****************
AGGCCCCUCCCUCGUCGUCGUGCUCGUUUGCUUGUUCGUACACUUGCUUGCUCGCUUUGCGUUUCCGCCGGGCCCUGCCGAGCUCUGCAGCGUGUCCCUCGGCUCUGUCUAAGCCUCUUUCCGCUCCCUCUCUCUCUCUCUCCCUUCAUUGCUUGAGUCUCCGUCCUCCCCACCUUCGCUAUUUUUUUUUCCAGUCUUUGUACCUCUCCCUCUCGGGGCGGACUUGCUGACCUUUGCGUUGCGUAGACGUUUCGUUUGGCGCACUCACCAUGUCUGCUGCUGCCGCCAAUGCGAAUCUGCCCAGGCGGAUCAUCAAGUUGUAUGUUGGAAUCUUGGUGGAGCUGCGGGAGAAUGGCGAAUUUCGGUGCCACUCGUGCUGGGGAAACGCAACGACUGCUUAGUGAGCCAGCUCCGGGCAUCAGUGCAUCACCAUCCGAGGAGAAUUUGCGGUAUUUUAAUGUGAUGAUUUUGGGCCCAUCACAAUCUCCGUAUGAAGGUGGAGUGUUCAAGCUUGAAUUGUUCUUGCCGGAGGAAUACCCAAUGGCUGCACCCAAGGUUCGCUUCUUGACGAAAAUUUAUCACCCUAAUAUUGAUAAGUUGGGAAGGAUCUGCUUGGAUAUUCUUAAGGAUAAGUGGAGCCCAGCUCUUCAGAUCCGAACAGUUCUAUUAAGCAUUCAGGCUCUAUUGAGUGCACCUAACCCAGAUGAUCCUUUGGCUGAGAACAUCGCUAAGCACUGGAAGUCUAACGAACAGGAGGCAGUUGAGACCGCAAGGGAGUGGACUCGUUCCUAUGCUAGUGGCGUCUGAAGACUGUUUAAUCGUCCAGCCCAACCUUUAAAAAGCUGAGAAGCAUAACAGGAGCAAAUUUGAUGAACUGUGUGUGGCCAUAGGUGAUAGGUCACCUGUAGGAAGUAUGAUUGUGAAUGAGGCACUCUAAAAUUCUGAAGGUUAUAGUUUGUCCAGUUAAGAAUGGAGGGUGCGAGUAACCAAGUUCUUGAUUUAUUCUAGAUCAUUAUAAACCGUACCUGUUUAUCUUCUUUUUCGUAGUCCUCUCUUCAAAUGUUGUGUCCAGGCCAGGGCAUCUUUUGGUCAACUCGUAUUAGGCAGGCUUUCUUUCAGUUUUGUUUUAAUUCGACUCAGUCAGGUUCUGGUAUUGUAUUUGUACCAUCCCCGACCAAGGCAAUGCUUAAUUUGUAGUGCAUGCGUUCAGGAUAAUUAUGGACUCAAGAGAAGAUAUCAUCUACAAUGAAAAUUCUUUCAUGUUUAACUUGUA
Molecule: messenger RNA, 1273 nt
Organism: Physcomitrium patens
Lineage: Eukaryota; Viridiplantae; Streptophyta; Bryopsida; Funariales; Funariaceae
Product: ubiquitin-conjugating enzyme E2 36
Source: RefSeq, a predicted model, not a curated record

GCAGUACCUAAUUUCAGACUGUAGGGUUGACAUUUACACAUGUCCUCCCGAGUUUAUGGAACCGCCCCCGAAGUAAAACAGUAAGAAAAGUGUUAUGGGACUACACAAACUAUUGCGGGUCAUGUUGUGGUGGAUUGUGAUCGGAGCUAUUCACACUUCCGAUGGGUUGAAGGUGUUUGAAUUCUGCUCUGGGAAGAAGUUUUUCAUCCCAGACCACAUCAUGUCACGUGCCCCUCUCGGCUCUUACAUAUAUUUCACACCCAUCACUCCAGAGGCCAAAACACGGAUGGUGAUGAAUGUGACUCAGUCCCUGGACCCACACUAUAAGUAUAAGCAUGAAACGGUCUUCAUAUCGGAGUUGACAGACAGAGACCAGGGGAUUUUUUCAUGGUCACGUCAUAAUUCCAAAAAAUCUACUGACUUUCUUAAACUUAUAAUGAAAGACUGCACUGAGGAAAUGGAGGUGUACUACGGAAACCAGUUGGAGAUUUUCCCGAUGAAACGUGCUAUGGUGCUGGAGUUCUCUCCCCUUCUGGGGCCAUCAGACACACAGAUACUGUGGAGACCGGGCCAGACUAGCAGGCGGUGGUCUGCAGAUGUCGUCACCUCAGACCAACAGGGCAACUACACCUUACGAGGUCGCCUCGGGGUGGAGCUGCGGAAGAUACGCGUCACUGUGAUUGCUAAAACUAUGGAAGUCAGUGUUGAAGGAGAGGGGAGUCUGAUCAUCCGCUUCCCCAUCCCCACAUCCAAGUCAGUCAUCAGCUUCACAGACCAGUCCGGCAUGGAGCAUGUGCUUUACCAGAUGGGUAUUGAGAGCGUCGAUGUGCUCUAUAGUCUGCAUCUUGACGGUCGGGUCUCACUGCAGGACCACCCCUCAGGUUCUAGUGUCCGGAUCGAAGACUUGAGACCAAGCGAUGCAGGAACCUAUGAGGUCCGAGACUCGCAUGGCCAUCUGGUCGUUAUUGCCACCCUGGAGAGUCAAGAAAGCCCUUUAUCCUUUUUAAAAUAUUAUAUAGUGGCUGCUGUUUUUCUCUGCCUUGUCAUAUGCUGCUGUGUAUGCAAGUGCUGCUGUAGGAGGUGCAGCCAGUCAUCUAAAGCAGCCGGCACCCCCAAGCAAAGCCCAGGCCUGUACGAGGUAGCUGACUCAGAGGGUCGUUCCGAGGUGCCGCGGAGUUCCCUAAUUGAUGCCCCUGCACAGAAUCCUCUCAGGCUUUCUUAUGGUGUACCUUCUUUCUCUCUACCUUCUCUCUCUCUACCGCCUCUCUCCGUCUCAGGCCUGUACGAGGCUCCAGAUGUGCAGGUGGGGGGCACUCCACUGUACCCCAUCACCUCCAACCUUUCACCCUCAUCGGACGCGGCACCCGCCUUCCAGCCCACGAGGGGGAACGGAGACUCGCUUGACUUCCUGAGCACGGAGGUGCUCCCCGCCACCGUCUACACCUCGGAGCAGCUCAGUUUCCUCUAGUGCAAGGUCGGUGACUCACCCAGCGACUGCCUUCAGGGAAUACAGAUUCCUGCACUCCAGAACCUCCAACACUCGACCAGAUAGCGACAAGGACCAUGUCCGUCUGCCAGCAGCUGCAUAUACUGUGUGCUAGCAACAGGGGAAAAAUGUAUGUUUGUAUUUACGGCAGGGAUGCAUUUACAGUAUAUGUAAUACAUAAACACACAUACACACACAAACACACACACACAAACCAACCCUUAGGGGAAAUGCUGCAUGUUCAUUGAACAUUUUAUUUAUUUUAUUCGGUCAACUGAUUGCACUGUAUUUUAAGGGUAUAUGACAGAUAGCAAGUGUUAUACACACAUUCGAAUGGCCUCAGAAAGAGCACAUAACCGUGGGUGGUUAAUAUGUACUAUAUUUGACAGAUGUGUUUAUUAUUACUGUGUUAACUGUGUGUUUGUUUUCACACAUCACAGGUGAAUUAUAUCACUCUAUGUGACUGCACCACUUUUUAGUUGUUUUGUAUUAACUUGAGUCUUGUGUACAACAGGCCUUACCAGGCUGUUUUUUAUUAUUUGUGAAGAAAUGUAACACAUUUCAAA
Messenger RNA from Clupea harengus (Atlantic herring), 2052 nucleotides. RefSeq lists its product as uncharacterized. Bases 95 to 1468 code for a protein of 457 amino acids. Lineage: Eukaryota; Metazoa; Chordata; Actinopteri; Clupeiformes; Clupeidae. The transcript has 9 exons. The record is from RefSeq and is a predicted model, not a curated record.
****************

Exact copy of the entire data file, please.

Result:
AGGCCCCUCCCUCGUCGUCGUGCUCGUUUGCUUGUUCGUACACUUGCUUGCUCGCUUUGCGUUUCCGCCGGGCCCUGCCGAGCUCUGCAGCGUGUCCCUCGGCUCUGUCUAAGCCUCUUUCCGCUCCCUCUCUCUCUCUCUCCCUUCAUUGCUUGAGUCUCCGUCCUCCCCACCUUCGCUAUUUUUUUUUCCAGUCUUUGUACCUCUCCCUCUCGGGGCGGACUUGCUGACCUUUGCGUUGCGUAGACGUUUCGUUUGGCGCACUCACCAUGUCUGCUGCUGCCGCCAAUGCGAAUCUGCCCAGGCGGAUCAUCAAGUUGUAUGUUGGAAUCUUGGUGGAGCUGCGGGAGAAUGGCGAAUUUCGGUGCCACUCGUGCUGGGGAAACGCAACGACUGCUUAGUGAGCCAGCUCCGGGCAUCAGUGCAUCACCAUCCGAGGAGAAUUUGCGGUAUUUUAAUGUGAUGAUUUUGGGCCCAUCACAAUCUCCGUAUGAAGGUGGAGUGUUCAAGCUUGAAUUGUUCUUGCCGGAGGAAUACCCAAUGGCUGCACCCAAGGUUCGCUUCUUGACGAAAAUUUAUCACCCUAAUAUUGAUAAGUUGGGAAGGAUCUGCUUGGAUAUUCUUAAGGAUAAGUGGAGCCCAGCUCUUCAGAUCCGAACAGUUCUAUUAAGCAUUCAGGCUCUAUUGAGUGCACCUAACCCAGAUGAUCCUUUGGCUGAGAACAUCGCUAAGCACUGGAAGUCUAACGAACAGGAGGCAGUUGAGACCGCAAGGGAGUGGACUCGUUCCUAUGCUAGUGGCGUCUGAAGACUGUUUAAUCGUCCAGCCCAACCUUUAAAAAGCUGAGAAGCAUAACAGGAGCAAAUUUGAUGAACUGUGUGUGGCCAUAGGUGAUAGGUCACCUGUAGGAAGUAUGAUUGUGAAUGAGGCACUCUAAAAUUCUGAAGGUUAUAGUUUGUCCAGUUAAGAAUGGAGGGUGCGAGUAACCAAGUUCUUGAUUUAUUCUAGAUCAUUAUAAACCGUACCUGUUUAUCUUCUUUUUCGUAGUCCUCUCUUCAAAUGUUGUGUCCAGGCCAGGGCAUCUUUUGGUCAACUCGUAUUAGGCAGGCUUUCUUUCAGUUUUGUUUUAAUUCGACUCAGUCAGGUUCUGGUAUUGUAUUUGUACCAUCCCCGACCAAGGCAAUGCUUAAUUUGUAGUGCAUGCGUUCAGGAUAAUUAUGGACUCAAGAGAAGAUAUCAUCUACAAUGAAAAUUCUUUCAUGUUUAACUUGUA
Molecule: messenger RNA, 1273 nt
Organism: Physcomitrium patens
Lineage: Eukaryota; Viridiplantae; Streptophyta; Bryopsida; Funariales; Funariaceae
Product: ubiquitin-conjugating enzyme E2 36
Source: RefSeq, a predicted model, not a curated record

GCAGUACCUAAUUUCAGACUGUAGGGUUGACAUUUACACAUGUCCUCCCGAGUUUAUGGAACCGCCCCCGAAGUAAAACAGUAAGAAAAGUGUUAUGGGACUACACAAACUAUUGCGGGUCAUGUUGUGGUGGAUUGUGAUCGGAGCUAUUCACACUUCCGAUGGGUUGAAGGUGUUUGAAUUCUGCUCUGGGAAGAAGUUUUUCAUCCCAGACCACAUCAUGUCACGUGCCCCUCUCGGCUCUUACAUAUAUUUCACACCCAUCACUCCAGAGGCCAAAACACGGAUGGUGAUGAAUGUGACUCAGUCCCUGGACCCACACUAUAAGUAUAAGCAUGAAACGGUCUUCAUAUCGGAGUUGACAGACAGAGACCAGGGGAUUUUUUCAUGGUCACGUCAUAAUUCCAAAAAAUCUACUGACUUUCUUAAACUUAUAAUGAAAGACUGCACUGAGGAAAUGGAGGUGUACUACGGAAACCAGUUGGAGAUUUUCCCGAUGAAACGUGCUAUGGUGCUGGAGUUCUCUCCCCUUCUGGGGCCAUCAGACACACAGAUACUGUGGAGACCGGGCCAGACUAGCAGGCGGUGGUCUGCAGAUGUCGUCACCUCAGACCAACAGGGCAACUACACCUUACGAGGUCGCCUCGGGGUGGAGCUGCGGAAGAUACGCGUCACUGUGAUUGCUAAAACUAUGGAAGUCAGUGUUGAAGGAGAGGGGAGUCUGAUCAUCCGCUUCCCCAUCCCCACAUCCAAGUCAGUCAUCAGCUUCACAGACCAGUCCGGCAUGGAGCAUGUGCUUUACCAGAUGGGUAUUGAGAGCGUCGAUGUGCUCUAUAGUCUGCAUCUUGACGGUCGGGUCUCACUGCAGGACCACCCCUCAGGUUCUAGUGUCCGGAUCGAAGACUUGAGACCAAGCGAUGCAGGAACCUAUGAGGUCCGAGACUCGCAUGGCCAUCUGGUCGUUAUUGCCACCCUGGAGAGUCAAGAAAGCCCUUUAUCCUUUUUAAAAUAUUAUAUAGUGGCUGCUGUUUUUCUCUGCCUUGUCAUAUGCUGCUGUGUAUGCAAGUGCUGCUGUAGGAGGUGCAGCCAGUCAUCUAAAGCAGCCGGCACCCCCAAGCAAAGCCCAGGCCUGUACGAGGUAGCUGACUCAGAGGGUCGUUCCGAGGUGCCGCGGAGUUCCCUAAUUGAUGCCCCUGCACAGAAUCCUCUCAGGCUUUCUUAUGGUGUACCUUCUUUCUCUCUACCUUCUCUCUCUCUACCGCCUCUCUCCGUCUCAGGCCUGUACGAGGCUCCAGAUGUGCAGGUGGGGGGCACUCCACUGUACCCCAUCACCUCCAACCUUUCACCCUCAUCGGACGCGGCACCCGCCUUCCAGCCCACGAGGGGGAACGGAGACUCGCUUGACUUCCUGAGCACGGAGGUGCUCCCCGCCACCGUCUACACCUCGGAGCAGCUCAGUUUCCUCUAGUGCAAGGUCGGUGACUCACCCAGCGACUGCCUUCAGGGAAUACAGAUUCCUGCACUCCAGAACCUCCAACACUCGACCAGAUAGCGACAAGGACCAUGUCCGUCUGCCAGCAGCUGCAUAUACUGUGUGCUAGCAACAGGGGAAAAAUGUAUGUUUGUAUUUACGGCAGGGAUGCAUUUACAGUAUAUGUAAUACAUAAACACACAUACACACACAAACACACACACACAAACCAACCCUUAGGGGAAAUGCUGCAUGUUCAUUGAACAUUUUAUUUAUUUUAUUCGGUCAACUGAUUGCACUGUAUUUUAAGGGUAUAUGACAGAUAGCAAGUGUUAUACACACAUUCGAAUGGCCUCAGAAAGAGCACAUAACCGUGGGUGGUUAAUAUGUACUAUAUUUGACAGAUGUGUUUAUUAUUACUGUGUUAACUGUGUGUUUGUUUUCACACAUCACAGGUGAAUUAUAUCACUCUAUGUGACUGCACCACUUUUUAGUUGUUUUGUAUUAACUUGAGUCUUGUGUACAACAGGCCUUACCAGGCUGUUUUUUAUUAUUUGUGAAGAAAUGUAACACAUUUCAAA
Messenger RNA from Clupea harengus (Atlantic herring), 2052 nucleotides. RefSeq lists its product as uncharacterized. Bases 95 to 1468 code for a protein of 457 amino acids. Lineage: Eukaryota; Metazoa; Chordata; Actinopteri; Clupeiformes; Clupeidae. The transcript has 9 exons. The record is from RefSeq and is a predicted model, not a curated record.